Why AMP your project

Hopefully you can see now that AMP, while a new specification, is not exactly breaking new ground in how mobile sites are delivered. Rather it has cherry-picked elements from previous approaches to address the deficiencies in the casual application of responsive design. The techniques used to deliver information to limited devices in the past out of necessity are being used now to deliver content with speed. The experienced mobile developer is able to recall the limitations of these approaches from the past and make informed decisions in taking the AMP approach.

Google Driven

Within Google Search Console you can monitor your site's performance for AMP results separate from all other results
Something none of the other approaches had in their favor was the absolute juggernaut of a business like Google in their corner. While Google has been clear that AMP (for now) does not increase a site's rank, implementing it increases mobile page speed by a large factor and page speed does matter. Likewise, AMP content gets preferred placement in mobile search so the intended effect of a rank boost is present.

Fundamentally, if you have a site that churns a lot of content and wants to increase rank, AMP is the way to go. Google wants it to succeed: if it is good for the end user experience it is good for your rank and AMP is very good for the mobile end user experience. Mobile search is only increasing, if all AMP does is have an impact on your mobile search presence it is probably worth implementing.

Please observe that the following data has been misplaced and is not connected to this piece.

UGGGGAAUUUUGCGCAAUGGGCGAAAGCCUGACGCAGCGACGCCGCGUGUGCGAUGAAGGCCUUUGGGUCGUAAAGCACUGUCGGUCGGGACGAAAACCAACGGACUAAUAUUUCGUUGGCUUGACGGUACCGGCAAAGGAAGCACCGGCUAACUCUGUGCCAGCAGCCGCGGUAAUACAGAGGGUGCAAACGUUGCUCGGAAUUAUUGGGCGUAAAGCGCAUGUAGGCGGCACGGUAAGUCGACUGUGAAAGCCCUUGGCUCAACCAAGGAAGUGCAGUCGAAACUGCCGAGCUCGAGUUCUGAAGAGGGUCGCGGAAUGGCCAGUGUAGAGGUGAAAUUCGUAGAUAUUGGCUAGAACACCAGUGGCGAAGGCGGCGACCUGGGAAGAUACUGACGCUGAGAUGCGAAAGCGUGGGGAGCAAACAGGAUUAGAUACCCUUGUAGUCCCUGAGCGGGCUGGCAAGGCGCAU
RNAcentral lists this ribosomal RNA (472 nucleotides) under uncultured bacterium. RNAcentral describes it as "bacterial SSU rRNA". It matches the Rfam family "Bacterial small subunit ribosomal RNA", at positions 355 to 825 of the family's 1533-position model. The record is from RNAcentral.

Google likes it, Google wants it, Google is promoting it; if you care about your presence on the Google search results you should be implementing AMP.

Difficulties with AMP

Unfortunately your pain points with AMP are a familiar combination of all the pain points from the previous approaches to mobile site delivery.

Parallel Site

Responsive design is fantastic from a development standpoint because you have a single website. This allows you to deliver all your web information using a standard set of tools, developers and servers. That saves you money in the long run and is a much simpler approach. This is why responsive design emerged as the One True Way to do mobile development in the recent past.

AMP would require you use its specific markup throughout your website and you will rediscover the reason all those “http://m.” sites existed. Even Google currently maintains one for YouTube. Trying to thread a limited and unique set of markup within your standard site does not scale past simple examples. Eventually you will have to develop a separate site for delivering the AMP content. When you marry the unique markup restrictions against the markup in a modern website you will find trying to merge the two unsustainable.

Your AMP site will end up mirroring the parallel site solution we have seen before. Having multiple sites to deliver the same information uses more technical resources to create and maintain. Changes that impact your website globally must also be implemented on your AMP site. Maintaining more than one site is a known difficulty, while it ends up being better for your end users, the increase in resources is not as great for your bottom line.

User Experience > $